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The Female Detective was published in 1864 and it introduces the first professional female detective in British fiction, Mrs Gladden. Typical of detective fiction of its time, Forrester's book features various cases narrated by Gladden, whose deductive methods and energetic approach anticipate those of Arthur Conan Doyle's Sherlock Holmes. Mrs Gladden uses similar methods to her male counterparts - she enters scenes of crime incognito, tracking down killers while trying to conceal her own tracks and her identity from others. She does much physical detective work, examining scenes of crime, looking for clues and employing all manner of skill, subterfuge, observation and charm to achieve her ends. Like Holmes, Gladden regards the regular constabulary with disdain. For all the intrigue and interest of the stories, little is ever revealed about Mrs Gladden herself, and her personal circumstances remain a mystery throughout. But it is her ability to apply her considerable energy and intelligence to solve crimes that is her greatest appeal, and the reappearance of the original lady detective will be welcomed by fans of crime fiction.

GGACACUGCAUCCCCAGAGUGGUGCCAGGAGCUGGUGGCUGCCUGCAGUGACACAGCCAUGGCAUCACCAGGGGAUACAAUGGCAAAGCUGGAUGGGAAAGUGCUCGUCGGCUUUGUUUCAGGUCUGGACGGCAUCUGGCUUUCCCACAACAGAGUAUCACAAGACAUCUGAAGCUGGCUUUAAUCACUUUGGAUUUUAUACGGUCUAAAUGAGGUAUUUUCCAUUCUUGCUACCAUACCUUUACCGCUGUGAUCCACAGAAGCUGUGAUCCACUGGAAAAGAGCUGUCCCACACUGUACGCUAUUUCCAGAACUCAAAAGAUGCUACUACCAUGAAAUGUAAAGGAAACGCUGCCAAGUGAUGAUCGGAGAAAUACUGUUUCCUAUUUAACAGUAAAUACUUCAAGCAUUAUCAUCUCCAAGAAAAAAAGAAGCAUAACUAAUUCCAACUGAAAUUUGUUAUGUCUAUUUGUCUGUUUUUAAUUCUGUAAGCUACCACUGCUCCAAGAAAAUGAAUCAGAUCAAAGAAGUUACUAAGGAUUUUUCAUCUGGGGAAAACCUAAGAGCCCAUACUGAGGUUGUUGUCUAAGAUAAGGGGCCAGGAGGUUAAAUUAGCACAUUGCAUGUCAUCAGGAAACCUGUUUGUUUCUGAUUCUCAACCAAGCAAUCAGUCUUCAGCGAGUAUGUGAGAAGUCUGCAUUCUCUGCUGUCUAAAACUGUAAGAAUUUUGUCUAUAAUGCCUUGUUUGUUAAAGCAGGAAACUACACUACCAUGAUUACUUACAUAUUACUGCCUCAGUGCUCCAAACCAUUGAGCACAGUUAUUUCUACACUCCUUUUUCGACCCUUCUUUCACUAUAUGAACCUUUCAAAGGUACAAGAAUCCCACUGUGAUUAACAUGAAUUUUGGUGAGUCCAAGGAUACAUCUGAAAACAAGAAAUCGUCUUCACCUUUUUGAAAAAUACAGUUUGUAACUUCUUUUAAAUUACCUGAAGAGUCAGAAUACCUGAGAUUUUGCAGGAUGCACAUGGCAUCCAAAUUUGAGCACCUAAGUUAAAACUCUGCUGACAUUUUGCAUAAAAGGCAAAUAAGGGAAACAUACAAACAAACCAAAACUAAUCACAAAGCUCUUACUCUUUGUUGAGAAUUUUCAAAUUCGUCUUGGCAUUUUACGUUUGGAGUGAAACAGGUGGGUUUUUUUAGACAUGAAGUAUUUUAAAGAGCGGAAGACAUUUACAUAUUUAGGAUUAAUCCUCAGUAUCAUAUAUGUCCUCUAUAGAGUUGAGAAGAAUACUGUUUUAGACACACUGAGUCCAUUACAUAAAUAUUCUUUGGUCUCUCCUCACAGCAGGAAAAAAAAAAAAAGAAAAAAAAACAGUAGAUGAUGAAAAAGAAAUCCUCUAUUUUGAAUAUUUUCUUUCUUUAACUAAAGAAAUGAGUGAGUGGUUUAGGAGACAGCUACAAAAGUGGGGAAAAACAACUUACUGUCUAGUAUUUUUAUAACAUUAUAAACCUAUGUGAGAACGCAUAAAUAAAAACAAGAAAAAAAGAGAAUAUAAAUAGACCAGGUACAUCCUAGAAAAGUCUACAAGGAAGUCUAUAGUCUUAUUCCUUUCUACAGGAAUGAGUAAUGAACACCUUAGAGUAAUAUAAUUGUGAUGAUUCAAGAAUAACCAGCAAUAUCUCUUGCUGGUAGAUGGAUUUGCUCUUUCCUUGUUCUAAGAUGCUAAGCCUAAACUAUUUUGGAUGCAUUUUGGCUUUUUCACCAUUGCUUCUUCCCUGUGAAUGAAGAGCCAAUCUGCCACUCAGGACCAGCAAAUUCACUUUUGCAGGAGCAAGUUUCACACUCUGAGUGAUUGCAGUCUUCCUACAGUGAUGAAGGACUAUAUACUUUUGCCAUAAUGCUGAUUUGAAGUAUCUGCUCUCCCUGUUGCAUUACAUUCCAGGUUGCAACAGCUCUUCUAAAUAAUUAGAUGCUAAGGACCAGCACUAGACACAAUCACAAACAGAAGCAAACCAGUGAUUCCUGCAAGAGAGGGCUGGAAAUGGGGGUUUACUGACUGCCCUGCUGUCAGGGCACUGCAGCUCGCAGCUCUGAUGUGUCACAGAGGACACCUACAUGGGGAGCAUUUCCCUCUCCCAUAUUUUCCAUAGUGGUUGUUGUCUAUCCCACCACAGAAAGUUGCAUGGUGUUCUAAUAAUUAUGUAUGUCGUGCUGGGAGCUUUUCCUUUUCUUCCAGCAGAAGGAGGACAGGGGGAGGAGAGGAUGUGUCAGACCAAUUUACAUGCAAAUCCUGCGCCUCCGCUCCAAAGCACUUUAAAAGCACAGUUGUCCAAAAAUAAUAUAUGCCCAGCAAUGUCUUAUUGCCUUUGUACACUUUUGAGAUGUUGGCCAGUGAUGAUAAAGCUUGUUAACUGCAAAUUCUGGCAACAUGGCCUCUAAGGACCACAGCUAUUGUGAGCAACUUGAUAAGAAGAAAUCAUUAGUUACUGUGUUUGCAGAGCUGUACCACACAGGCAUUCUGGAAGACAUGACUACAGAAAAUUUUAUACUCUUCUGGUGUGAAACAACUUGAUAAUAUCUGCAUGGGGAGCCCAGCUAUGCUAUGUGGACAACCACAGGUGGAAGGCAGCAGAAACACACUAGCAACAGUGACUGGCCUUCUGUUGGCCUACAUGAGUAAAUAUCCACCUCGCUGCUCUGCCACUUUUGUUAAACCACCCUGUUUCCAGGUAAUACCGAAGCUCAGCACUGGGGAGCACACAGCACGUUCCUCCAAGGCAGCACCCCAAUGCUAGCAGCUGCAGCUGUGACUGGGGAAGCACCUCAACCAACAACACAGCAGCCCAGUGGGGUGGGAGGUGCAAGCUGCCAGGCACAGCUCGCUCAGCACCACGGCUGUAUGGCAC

Andrew Forrester is the pseudonym of James Redding Ware (1832 - c.1909). During his early career he wrote a number of detective stories, The Female Detective being the first. Others included Secret Service, or, Recollections of a City Detective (1864), The Private Detective and Revelations of the Private Detective (both c.1868). He also wrote a story called 'A Child Found Dead: Murder or No Murder?', an analysis of the Constance Kent murder case described in the best-selling The Suspicions of Mr Whicher (Kate Summerscale, 2010).